Sleeping with the Fishes

Sleeping with the Fishes

Sleeping with the fishes

Nurse Shark. Photo cred: Nicholas C. Durgadeen

In the image above is just one of the many fascinating sea animals you’ll see at the Buck Island reef. The nurse shark in the image appears to be resting, while a team of scuba divers are treating corals suffering from Stony Coral Tissue Loss Disease (SCTLD). I was free diving while treating the corals in this location. None of the corals I was treating at the time was for my project, however, I was using that time to learn the routes to the corals that I will need to treat with an antibacterial known as Amoxicillin. 

Field site

Below is Buck Island’s exact location on a map, most of my work will be towards the west end of the island in the shallower reefs. In addition to the map I have also attached a video of the surface of one of my four sites, Underwater Trail.  The entire island is a national monument. It spans over  176 acers of uninhabited land. Though it is uninhabited, you’ll often find people on the beaches, snorkeling, or hiking. Buck island is a popular spot for tourist and locals alike. And with crystal clears waters, the beautiful sun and cool ocean breeze I can see why. In addition to being a place for recreational activity, a lot of research is being conducted on the land and in the surrounding waters. From lizard population analysis to sea turtle surveys and even shark tagging!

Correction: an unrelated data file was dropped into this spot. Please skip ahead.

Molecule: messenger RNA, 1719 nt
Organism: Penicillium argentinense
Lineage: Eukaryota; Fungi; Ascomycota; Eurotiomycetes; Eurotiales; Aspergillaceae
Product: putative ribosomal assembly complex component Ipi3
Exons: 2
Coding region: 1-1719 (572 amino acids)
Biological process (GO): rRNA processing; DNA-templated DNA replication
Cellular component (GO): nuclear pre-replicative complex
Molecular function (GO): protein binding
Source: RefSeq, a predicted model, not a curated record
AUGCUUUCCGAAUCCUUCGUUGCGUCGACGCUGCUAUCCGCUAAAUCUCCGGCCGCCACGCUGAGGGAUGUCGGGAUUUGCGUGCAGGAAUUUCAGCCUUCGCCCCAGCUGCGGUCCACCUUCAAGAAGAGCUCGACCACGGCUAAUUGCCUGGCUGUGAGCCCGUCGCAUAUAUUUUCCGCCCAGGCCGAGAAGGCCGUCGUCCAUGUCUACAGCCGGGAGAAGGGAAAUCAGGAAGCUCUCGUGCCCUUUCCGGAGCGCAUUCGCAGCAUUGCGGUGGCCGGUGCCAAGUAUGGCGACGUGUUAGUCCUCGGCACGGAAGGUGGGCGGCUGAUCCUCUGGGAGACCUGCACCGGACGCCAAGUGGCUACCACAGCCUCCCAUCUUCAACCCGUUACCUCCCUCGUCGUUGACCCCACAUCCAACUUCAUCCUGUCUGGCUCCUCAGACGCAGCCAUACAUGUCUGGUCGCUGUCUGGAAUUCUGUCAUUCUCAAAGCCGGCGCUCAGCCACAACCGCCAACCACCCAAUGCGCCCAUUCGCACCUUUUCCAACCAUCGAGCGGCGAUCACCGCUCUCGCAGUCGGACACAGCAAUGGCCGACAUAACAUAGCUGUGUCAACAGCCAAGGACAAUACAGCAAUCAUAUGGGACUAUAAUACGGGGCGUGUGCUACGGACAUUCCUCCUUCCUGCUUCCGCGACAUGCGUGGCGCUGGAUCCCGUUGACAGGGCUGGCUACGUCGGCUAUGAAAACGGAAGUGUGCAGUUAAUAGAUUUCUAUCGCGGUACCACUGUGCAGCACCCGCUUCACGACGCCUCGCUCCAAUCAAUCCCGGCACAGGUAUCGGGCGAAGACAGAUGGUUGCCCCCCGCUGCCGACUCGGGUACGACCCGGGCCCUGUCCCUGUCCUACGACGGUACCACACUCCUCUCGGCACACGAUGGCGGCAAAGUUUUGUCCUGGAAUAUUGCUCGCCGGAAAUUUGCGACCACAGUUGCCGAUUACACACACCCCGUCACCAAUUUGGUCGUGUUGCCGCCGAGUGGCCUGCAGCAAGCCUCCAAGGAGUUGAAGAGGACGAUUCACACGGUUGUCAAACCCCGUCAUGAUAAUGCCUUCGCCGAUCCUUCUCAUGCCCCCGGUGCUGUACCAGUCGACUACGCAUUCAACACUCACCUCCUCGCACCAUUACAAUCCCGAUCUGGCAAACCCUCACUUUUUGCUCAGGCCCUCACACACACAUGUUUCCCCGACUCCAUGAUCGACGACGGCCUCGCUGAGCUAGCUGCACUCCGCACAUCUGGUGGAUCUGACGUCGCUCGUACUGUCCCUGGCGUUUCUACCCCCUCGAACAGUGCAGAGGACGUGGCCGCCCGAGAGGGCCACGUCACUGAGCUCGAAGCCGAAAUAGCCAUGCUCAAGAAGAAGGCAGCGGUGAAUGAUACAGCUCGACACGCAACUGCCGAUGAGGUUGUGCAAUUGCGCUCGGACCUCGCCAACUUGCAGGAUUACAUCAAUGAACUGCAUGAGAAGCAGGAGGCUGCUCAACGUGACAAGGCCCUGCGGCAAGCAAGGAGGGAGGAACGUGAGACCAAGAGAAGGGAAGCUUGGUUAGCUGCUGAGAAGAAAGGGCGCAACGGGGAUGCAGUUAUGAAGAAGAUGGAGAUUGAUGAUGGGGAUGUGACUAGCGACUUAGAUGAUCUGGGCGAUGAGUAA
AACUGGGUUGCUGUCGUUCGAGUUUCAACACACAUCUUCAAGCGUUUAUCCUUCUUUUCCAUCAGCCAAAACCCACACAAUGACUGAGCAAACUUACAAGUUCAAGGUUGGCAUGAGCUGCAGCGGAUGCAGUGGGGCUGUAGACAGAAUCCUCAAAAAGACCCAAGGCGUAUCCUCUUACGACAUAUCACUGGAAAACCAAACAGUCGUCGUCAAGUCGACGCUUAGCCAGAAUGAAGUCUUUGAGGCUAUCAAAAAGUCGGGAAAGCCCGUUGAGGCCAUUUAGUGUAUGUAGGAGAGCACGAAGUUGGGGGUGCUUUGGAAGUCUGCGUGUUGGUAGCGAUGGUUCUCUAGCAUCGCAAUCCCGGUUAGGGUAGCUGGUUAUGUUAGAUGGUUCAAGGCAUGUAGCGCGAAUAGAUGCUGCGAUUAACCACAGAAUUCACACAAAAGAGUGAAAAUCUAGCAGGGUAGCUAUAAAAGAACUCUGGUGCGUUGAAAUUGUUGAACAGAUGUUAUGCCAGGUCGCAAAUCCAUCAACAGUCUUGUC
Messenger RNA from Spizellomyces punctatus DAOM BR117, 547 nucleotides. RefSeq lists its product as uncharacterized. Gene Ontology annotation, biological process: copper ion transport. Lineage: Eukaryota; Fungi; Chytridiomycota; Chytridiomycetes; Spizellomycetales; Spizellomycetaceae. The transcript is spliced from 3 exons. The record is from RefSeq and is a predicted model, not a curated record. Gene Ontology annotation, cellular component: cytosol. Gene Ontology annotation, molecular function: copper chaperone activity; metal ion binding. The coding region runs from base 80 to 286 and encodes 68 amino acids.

what do i do?

So upon arrival at my site, the first thing I do is assist the boat captain with anything that he/she may need. That can be attaching the boat to the mooring, or keeping an eye out of snorkelers and sea turtles. Once at the site and the boat is secured, I gather my equipment which consist of six or seven items including my fins and mask, my wetsuit, five to six syringes with amoxicillin paste in a bag, a T-stick, an Tg-6 Olympus camera, and a six inch ruler. Once I’m in the water, myself and my buddy diver head straight to the corals associated with my project. There are 10 corals in total, and their tag numbers are 1 – 10. However, for my project, I will be working with 5 of the 10 corals. Once I’ve found my corals, I then begin treating the infected area or lesion with the amoxicillin paste. If you wanna know more about how I treat the corals and the more of the methods, come check out my next blog!

Weekly photo gallery

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